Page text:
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OpenEd Publishes In-Depth Analysis on the Use of Online Educational Materials

Posted Sep 23, 2015
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OpenEd has published an in-depth analysis on the use of online educational materials entitled “Insights Into Effectiveness of K-12 Online Instructional Resources.” According to their analysis, the most widely-used online educational resources may not be the most effective. Developed based on data from the more than 200,000 teachers nationwide who use OpenEd resources and assessments with their students, the analysis concludes that more focused specialty publishers, such as The Balanced Literacy Diet (90 percent), Teaching Library (89 percent) and Virtual Montessori (88 percent) have much higher average effectiveness scores, than large more general publishers such as Khan Academy (66 percent), LearnZillion (66 percent), IXL (67 percent) and eSparkLearning (68 percent). In addition, the research revealed that short, engaging instructional games and videos are most effective in moving the needle on student achievement.

“With the breadth of our standards-aligned content, our linked assignments and the fact directly or through our partners OpenEd is being used in more than 10 percent of U.S. classrooms, we have access to a unique set of data for analyzing the effectiveness of online educational resources,” said Adam Blum, CEO, OpenEd. “Based on our in-depth look at the types of online resources that are most effective in helping students, we urge teachers to look for resources from publishers who are specialized – not necessarily the most widely used – and for online games and videos that are short and engaging.”

The analysis also found that online educational games (70 percent) are more effective learning resources than videos (66 percent). Both drastically outperform other resource types, such as printed worksheets or supplementary text.

For the purposes of this analysis, OpenEd identified five categories of online instructional videos:

--Cartoons (an animation, often with accompanying music or songs for younger grades)

--Flashcards (a specific type of animation, with a pause to allow students to answer questions)

--Lessons (a slide deck or PowerPoint preso narrated over by a teacher)

--Blackboards (drawing on an electronic slate as popularized by Sal Khan)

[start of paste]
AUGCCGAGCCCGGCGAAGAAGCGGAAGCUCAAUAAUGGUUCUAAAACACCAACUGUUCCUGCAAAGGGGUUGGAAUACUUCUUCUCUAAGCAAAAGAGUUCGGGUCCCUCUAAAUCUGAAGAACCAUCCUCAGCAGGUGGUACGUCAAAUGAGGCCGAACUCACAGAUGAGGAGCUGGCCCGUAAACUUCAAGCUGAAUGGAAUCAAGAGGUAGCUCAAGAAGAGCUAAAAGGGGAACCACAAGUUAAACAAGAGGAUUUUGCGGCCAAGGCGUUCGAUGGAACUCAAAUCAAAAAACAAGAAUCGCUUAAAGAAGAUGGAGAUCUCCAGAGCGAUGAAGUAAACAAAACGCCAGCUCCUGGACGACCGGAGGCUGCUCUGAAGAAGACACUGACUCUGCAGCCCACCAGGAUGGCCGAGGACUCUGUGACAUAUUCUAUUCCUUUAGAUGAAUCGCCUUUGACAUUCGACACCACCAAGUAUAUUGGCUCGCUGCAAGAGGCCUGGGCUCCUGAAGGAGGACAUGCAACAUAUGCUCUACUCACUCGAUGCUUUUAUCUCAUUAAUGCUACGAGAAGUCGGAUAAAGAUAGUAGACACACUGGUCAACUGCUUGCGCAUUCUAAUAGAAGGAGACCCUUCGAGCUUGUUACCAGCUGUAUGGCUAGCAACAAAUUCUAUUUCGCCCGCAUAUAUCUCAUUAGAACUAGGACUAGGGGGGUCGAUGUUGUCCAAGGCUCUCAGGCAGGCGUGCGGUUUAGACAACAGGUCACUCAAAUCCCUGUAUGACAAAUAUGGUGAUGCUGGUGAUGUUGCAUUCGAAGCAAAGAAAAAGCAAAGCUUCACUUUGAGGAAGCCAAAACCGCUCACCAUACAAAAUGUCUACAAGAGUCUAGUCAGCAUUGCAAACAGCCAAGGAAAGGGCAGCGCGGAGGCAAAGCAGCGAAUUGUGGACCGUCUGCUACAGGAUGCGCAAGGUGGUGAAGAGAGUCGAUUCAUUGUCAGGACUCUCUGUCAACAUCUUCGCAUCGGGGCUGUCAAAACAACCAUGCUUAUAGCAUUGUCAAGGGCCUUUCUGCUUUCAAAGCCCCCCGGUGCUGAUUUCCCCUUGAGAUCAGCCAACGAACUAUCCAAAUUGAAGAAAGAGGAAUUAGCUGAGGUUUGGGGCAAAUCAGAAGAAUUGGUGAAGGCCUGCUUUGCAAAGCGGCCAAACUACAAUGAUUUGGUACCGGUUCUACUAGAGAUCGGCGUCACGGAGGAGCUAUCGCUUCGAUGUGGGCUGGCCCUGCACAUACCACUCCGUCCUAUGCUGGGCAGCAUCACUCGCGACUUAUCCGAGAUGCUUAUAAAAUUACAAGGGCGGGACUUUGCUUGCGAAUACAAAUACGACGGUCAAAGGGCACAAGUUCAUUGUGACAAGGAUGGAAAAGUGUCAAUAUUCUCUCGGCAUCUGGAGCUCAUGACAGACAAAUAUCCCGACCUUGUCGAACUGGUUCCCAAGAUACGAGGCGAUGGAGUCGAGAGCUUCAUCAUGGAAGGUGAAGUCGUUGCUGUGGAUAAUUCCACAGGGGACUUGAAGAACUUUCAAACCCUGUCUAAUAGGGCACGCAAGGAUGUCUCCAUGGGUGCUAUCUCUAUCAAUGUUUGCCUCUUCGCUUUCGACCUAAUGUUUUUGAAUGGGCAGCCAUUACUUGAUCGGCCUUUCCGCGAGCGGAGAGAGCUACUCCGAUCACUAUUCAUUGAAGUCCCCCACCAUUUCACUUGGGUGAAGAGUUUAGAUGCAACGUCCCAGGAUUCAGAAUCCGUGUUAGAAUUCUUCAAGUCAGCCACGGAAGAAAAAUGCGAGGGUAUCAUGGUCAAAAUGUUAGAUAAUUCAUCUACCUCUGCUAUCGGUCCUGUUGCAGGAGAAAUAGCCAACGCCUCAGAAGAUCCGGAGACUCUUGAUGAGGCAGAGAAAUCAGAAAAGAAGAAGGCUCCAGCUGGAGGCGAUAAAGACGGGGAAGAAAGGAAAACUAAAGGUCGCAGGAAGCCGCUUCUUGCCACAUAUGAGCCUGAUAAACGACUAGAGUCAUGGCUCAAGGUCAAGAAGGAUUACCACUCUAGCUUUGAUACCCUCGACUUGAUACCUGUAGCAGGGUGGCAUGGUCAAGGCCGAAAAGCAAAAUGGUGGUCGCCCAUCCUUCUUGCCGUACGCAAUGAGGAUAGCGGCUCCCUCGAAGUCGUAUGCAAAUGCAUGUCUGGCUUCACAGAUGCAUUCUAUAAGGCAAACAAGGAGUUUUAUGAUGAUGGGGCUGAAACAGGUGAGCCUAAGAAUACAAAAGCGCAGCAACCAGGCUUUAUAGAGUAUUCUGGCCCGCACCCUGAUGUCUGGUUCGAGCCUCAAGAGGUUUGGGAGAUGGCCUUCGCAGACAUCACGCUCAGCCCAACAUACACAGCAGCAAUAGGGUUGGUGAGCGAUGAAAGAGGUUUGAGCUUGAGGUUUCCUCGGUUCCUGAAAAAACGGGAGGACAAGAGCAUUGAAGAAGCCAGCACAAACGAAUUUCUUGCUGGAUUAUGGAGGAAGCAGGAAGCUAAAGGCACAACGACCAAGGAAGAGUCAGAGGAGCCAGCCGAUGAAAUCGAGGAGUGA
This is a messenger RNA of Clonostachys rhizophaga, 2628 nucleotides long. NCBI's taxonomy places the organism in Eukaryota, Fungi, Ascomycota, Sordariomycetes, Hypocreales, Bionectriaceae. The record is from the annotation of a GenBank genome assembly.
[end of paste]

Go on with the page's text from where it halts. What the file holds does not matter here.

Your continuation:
--Teachers (a live teacher being videoed as a “talking head” or standing by a blackboard)

OpenEd’s analysis of its data concluded that cartoons – specifically “flashcard-style cartoons” – are most effective. After that “lessons” as slide decks or PowerPoints with narration have the highest level of effectiveness. Then “generic cartoons” rank right at the average level of effectiveness. There is then a big gap in effectiveness to the “teacher standing up or talking head.” Finally, the least effective video type is the “blackboard.”

OpenEd has the largest K-12 resource library with over a million videos, games, assessments and homework assignments, all aligned to Common Core and other state standards. A unique aspect of OpenEd is that it uses formative assessments to drive resource selection. Based on a student’s results on the assessment, they are presented with suggested instructional resources to address the identified learning gaps. Many students then take a subsequent assessment on the site to determine if they have achieved mastery. A resource was rated by evaluating how students perform on an assessment that is on the same subject or standard category subsequent to that student viewing the resource.

A K-12 educational resource library, OpenEd offers over a million assessments, homework assignments, videos, instructional games and lesson plans for every Common Core Math and English/Language Arts Standard as well as the Next Generation Science Standards and Texas Essential Knowledge and Skills (TEKS) standards.

Source: OpenEd,

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